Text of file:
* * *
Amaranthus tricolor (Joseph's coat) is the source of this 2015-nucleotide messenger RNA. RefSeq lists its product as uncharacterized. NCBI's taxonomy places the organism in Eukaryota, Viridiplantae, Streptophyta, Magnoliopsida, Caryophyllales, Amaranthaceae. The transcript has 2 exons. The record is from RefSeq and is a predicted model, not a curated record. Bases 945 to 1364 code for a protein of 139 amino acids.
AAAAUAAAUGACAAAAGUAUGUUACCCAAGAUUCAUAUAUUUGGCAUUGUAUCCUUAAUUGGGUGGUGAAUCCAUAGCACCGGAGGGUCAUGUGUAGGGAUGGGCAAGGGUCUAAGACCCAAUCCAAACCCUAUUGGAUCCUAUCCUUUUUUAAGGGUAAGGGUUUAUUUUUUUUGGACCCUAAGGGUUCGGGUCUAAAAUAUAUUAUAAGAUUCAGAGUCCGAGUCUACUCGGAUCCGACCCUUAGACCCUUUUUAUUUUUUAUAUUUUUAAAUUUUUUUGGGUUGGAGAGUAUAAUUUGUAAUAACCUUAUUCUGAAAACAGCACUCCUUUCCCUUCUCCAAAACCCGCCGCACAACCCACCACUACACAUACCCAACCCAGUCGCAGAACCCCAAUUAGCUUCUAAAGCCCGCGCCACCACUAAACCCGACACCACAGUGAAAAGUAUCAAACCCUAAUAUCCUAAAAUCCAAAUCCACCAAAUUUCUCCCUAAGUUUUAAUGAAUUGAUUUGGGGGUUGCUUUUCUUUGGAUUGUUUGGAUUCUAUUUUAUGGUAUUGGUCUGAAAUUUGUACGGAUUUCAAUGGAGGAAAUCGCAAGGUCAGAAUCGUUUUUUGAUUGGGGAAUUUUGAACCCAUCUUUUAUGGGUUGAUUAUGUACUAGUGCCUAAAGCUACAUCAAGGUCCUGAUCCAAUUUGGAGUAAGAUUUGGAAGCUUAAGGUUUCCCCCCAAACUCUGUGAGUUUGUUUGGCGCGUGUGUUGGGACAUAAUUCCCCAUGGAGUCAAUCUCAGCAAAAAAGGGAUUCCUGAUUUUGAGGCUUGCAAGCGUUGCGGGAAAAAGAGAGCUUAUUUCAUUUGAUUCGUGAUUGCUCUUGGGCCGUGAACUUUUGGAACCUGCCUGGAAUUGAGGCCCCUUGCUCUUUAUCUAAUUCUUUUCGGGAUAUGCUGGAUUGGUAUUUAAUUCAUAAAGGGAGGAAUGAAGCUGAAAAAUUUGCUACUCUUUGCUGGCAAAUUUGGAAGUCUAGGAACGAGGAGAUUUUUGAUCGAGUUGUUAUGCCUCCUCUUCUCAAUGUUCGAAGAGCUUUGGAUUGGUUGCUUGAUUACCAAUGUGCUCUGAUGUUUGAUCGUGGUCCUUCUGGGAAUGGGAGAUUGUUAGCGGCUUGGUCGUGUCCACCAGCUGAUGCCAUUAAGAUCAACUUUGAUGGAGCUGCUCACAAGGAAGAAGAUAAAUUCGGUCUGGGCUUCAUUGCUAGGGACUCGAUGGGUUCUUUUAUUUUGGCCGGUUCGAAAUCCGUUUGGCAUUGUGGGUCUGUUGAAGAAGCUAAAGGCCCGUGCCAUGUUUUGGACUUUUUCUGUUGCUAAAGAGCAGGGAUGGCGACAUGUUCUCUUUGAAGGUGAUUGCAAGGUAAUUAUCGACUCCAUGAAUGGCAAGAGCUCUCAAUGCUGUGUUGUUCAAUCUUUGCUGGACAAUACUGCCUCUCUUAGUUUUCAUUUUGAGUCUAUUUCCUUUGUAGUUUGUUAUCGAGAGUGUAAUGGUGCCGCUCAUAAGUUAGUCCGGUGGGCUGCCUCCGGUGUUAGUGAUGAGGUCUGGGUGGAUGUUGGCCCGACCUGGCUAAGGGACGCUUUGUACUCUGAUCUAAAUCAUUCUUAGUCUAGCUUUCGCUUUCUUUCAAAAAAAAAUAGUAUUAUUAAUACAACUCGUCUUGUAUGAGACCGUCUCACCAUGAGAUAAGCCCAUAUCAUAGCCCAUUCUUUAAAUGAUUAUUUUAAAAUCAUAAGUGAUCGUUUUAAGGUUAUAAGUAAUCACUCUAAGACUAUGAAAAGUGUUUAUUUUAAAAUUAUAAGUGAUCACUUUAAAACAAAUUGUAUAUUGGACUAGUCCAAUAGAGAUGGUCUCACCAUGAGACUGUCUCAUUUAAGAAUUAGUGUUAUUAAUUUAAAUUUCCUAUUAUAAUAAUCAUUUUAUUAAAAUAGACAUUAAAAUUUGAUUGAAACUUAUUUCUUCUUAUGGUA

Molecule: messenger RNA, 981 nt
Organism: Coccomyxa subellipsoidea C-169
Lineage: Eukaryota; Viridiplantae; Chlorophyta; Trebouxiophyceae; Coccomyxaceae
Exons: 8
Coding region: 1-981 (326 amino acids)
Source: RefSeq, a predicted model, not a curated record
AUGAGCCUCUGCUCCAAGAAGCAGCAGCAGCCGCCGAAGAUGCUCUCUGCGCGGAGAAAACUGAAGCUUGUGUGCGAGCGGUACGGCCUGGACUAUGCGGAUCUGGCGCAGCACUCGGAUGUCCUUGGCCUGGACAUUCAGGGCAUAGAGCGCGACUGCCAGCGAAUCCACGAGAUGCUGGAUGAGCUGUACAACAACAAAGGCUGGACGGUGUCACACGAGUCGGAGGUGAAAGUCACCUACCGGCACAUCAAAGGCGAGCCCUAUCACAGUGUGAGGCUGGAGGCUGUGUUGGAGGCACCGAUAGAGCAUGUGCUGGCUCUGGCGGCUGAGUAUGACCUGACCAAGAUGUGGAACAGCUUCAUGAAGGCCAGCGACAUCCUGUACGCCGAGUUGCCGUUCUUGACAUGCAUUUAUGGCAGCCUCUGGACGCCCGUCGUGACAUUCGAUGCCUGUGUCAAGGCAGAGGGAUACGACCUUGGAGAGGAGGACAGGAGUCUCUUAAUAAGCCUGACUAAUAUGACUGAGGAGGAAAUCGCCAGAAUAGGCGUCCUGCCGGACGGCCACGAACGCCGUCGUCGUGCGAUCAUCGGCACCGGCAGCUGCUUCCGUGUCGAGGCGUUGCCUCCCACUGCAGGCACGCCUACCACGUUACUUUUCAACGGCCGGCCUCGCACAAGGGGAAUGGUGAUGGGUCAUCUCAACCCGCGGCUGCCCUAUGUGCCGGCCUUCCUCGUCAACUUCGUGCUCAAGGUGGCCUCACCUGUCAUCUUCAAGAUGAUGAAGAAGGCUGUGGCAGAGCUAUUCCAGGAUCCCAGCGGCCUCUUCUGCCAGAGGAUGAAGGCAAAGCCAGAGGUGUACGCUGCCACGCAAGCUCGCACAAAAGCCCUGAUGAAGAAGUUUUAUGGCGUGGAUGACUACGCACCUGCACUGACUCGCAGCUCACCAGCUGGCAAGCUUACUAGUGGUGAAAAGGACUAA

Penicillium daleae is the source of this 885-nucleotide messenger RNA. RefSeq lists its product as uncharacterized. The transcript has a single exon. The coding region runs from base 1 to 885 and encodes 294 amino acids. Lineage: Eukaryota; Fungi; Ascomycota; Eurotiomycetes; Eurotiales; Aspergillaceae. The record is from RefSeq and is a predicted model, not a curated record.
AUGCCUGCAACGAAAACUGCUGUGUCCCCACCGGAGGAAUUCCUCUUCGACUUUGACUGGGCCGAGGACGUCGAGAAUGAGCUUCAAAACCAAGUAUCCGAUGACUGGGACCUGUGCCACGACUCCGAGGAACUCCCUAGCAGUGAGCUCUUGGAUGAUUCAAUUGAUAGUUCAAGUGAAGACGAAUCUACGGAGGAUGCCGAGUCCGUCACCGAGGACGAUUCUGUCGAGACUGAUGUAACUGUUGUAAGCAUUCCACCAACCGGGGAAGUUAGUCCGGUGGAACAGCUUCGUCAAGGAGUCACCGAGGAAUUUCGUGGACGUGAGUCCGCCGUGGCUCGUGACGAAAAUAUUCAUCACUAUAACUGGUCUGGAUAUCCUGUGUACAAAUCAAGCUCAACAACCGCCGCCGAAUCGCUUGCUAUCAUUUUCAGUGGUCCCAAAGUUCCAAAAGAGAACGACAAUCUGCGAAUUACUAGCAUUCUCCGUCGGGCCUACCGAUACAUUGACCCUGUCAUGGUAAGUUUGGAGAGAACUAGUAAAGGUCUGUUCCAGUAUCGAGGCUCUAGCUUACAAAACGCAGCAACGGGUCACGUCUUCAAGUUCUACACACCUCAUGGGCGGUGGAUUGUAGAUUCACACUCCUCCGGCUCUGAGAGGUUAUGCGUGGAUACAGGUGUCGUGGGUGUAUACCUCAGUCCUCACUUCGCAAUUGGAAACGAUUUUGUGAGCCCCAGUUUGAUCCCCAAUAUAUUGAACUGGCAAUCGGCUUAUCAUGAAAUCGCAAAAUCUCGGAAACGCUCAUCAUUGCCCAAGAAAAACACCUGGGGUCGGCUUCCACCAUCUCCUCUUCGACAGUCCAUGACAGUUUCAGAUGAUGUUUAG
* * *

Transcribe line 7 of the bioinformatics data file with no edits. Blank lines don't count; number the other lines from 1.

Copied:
Coding region: 1-981 (326 amino acids)